A Brutalist Expedition Across Switzerland
Carte Brute seeks to invite everybody to get to know and appreciate Switzerland’s 50 most important exposed concrete buildings
Exposed concrete architecture is omnipresent in Switzerland. It is part of our everyday life and part of our cultural heritage, just like music and art. Yet it has a bad reputation. Brutalist buildings from the 1960s and 1970s are often still considered “monsters”. Carte Brute aims to change all that: the double-page folding guide in A1 format encourages readers to rediscover Switzerland’s béton-brut landscape. It presents 50 concrete architectural icons from the beginning to the present day, from all parts of the country.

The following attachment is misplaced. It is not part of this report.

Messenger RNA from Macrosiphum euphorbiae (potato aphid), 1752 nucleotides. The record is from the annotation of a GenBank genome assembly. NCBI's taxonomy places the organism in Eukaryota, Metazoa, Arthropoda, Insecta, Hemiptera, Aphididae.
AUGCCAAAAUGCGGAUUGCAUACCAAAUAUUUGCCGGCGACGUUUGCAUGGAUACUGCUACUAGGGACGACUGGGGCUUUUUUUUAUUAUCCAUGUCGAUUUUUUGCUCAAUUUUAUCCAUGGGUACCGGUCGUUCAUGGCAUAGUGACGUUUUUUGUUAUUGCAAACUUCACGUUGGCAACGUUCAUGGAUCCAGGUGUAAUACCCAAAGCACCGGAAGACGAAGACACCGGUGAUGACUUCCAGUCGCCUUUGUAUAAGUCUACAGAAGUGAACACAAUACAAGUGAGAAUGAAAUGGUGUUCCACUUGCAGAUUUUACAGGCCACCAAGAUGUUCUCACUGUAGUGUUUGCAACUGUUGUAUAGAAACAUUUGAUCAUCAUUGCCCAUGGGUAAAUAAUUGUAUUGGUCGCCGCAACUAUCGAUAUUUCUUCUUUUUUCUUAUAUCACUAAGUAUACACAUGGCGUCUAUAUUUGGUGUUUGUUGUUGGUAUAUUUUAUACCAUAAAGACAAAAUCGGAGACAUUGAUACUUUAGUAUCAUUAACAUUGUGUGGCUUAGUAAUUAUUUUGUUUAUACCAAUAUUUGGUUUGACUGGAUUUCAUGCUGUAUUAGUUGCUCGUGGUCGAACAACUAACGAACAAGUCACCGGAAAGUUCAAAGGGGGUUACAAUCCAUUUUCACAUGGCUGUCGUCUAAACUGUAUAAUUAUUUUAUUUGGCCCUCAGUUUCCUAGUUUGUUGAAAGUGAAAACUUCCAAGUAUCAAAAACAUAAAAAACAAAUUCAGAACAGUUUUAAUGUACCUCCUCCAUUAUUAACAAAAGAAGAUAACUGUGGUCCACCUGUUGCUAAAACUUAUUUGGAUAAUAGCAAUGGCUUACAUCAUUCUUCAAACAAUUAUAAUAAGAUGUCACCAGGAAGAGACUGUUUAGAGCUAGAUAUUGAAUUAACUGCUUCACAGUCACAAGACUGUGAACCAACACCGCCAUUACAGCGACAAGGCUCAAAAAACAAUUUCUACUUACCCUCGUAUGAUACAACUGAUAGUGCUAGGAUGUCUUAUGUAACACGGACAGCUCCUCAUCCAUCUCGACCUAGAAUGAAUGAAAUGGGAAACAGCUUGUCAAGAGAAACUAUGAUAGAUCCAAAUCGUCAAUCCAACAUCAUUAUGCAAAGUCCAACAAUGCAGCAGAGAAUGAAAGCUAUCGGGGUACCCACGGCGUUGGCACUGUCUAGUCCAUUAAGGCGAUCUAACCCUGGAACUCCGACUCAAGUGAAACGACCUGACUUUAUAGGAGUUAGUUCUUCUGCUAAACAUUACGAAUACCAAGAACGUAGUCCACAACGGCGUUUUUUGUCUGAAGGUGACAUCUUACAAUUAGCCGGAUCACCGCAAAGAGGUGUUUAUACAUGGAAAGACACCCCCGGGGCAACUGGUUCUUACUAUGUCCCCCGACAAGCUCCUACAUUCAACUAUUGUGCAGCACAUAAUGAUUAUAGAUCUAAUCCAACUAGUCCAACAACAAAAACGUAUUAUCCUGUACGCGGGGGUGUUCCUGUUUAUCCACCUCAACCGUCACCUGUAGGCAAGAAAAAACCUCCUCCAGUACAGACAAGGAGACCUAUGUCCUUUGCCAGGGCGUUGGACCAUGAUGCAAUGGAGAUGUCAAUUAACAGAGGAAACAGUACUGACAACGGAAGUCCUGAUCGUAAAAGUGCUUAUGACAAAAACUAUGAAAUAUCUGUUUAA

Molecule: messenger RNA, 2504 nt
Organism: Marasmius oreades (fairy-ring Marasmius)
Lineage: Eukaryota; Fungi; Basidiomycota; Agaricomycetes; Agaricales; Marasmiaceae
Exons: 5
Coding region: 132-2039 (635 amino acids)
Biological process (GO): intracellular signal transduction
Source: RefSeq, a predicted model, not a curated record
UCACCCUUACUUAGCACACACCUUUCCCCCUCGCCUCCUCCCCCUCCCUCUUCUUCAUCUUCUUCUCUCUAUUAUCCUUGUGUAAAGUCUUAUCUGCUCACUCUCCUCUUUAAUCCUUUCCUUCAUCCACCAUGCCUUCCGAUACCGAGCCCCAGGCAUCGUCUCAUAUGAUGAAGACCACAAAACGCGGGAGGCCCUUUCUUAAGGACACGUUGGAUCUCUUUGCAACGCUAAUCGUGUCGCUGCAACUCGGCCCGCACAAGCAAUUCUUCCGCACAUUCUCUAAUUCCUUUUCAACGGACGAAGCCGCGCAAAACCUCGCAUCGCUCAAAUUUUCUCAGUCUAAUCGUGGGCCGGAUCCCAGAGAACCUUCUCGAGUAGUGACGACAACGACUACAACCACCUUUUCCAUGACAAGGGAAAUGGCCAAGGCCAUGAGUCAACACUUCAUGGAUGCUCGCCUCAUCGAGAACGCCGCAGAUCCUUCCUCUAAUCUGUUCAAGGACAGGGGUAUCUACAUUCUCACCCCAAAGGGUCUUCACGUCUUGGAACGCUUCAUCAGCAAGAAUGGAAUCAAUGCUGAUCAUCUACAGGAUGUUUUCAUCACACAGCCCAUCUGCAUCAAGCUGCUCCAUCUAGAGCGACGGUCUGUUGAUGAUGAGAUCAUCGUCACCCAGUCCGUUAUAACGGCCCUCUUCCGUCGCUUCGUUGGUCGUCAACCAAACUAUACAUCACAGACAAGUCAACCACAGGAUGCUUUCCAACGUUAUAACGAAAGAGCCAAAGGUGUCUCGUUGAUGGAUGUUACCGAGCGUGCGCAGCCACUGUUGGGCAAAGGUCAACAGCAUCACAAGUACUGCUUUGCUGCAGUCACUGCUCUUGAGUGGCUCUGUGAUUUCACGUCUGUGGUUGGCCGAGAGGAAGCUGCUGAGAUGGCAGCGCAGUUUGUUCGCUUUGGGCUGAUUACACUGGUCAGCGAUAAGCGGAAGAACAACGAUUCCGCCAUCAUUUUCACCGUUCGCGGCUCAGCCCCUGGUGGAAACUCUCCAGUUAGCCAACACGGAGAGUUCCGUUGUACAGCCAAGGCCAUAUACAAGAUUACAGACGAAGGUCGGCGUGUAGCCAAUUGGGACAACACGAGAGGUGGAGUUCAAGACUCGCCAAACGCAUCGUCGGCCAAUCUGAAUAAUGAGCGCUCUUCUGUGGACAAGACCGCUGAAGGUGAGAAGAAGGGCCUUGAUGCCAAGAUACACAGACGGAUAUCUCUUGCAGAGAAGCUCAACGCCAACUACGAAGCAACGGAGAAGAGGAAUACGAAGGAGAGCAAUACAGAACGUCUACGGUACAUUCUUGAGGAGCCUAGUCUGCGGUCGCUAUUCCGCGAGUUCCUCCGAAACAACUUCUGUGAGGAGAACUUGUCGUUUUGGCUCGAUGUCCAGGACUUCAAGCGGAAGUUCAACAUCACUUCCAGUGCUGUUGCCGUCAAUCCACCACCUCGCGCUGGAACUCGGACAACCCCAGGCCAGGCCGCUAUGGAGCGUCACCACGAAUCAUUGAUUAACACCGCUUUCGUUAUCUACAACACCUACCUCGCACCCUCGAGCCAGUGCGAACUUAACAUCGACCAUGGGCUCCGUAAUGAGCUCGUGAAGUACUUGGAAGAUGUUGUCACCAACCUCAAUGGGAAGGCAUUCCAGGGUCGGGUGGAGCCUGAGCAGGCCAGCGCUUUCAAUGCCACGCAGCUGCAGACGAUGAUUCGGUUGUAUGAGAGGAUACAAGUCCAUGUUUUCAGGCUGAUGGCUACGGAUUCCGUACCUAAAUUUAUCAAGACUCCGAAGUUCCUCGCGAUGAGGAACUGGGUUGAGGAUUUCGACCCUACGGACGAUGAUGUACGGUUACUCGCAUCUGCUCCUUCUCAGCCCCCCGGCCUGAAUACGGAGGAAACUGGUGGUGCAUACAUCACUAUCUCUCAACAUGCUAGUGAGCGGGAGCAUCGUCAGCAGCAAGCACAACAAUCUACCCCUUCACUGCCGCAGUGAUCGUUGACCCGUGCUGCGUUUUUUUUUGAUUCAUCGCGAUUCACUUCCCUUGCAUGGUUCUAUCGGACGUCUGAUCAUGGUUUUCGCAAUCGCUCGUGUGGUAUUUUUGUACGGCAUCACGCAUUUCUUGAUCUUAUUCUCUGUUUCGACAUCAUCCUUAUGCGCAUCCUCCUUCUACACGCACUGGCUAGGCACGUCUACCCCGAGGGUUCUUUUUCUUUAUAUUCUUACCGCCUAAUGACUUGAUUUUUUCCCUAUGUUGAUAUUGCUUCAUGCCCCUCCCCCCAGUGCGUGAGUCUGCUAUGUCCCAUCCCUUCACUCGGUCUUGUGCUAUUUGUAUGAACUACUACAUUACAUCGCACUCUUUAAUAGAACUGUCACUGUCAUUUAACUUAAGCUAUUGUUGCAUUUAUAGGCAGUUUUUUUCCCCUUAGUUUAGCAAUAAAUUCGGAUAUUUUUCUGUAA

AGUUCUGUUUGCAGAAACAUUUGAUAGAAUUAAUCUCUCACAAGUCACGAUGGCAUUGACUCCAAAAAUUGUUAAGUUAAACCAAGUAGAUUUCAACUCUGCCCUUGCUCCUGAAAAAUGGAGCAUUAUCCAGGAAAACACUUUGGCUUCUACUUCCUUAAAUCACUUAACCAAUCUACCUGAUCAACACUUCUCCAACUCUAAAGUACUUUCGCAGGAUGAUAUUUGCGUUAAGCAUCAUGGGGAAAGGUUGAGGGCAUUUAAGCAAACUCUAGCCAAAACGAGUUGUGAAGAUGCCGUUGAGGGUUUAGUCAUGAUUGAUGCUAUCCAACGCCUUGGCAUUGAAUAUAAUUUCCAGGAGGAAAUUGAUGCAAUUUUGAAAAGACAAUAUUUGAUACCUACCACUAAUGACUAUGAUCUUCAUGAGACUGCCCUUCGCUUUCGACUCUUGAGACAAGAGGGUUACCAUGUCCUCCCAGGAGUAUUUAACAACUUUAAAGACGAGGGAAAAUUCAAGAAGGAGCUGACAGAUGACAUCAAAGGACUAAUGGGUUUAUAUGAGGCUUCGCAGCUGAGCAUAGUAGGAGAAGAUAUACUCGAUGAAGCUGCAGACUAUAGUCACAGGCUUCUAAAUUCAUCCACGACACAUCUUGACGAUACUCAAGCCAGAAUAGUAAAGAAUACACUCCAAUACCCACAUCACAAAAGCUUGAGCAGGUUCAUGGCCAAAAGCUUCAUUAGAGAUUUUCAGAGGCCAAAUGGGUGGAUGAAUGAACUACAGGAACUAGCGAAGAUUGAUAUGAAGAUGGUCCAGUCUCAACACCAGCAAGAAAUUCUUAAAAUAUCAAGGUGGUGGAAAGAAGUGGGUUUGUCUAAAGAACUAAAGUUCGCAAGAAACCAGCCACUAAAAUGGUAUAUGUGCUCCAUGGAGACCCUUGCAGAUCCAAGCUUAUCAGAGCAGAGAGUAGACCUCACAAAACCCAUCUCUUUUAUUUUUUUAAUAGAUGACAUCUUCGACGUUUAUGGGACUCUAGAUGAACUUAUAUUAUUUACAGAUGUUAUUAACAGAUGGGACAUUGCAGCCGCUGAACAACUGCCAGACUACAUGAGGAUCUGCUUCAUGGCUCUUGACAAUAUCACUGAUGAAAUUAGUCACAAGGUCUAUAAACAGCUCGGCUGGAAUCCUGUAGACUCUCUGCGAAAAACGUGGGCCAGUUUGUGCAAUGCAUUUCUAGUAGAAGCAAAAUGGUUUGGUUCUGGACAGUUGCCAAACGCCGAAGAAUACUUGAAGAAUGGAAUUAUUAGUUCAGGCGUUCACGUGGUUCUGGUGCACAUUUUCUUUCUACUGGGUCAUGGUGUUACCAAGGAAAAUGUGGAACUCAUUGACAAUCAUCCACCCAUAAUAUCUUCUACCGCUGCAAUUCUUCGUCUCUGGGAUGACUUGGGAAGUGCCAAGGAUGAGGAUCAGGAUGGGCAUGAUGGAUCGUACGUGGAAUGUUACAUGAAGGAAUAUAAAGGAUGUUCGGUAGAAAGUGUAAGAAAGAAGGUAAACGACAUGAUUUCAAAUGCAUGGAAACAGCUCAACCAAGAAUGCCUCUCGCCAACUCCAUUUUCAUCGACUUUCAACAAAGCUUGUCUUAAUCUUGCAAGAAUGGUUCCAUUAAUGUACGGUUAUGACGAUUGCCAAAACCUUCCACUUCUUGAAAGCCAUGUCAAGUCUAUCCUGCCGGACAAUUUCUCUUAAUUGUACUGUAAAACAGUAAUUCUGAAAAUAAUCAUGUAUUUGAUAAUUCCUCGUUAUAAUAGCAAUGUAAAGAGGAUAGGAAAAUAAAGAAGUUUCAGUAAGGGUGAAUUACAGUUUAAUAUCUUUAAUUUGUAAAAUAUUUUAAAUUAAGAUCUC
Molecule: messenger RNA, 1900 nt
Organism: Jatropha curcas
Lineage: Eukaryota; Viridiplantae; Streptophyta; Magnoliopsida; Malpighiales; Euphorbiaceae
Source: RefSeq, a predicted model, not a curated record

The Basel region is particularly well represented. One example is St Anthony’s Church in Basel, built between 1925 and 1927 by the architect Karl Moser as the first purely concrete sacred building in Switzerland. It didn’t go down too well with everyone at the time: in the early years, the building was derisively referred to as a “silo for souls”. Built between 1956 and 1961, the Brick Hall of the Basel General School of Trade is considered a highlight of post-war architecture. Designed by Hermann Baur and others, its geometric shapes make it look like a piece of origami, albeit with the dimensions of a nave. Another classic is the Neumatt school in Aesch. Built between 1959 and 1962 by Walter Förderer, Rolf Otto and Hans Zwimpfer, it features an open staircase around which the classrooms are arranged. As late as the 1980s, the building still regularly attracted architecture students. All this is made visible by Carte Brute, published last year by “Heartbrut”: on the one hand, this is an online platform that informs about and documents Brutalism in Switzerland. Heartbrut also publishes regular print editions. The creative head and founder is Zurich-based writer and photographer Karin Bürki, who has been working on this project for many years, true to the motto “keep it brut & beautiful”.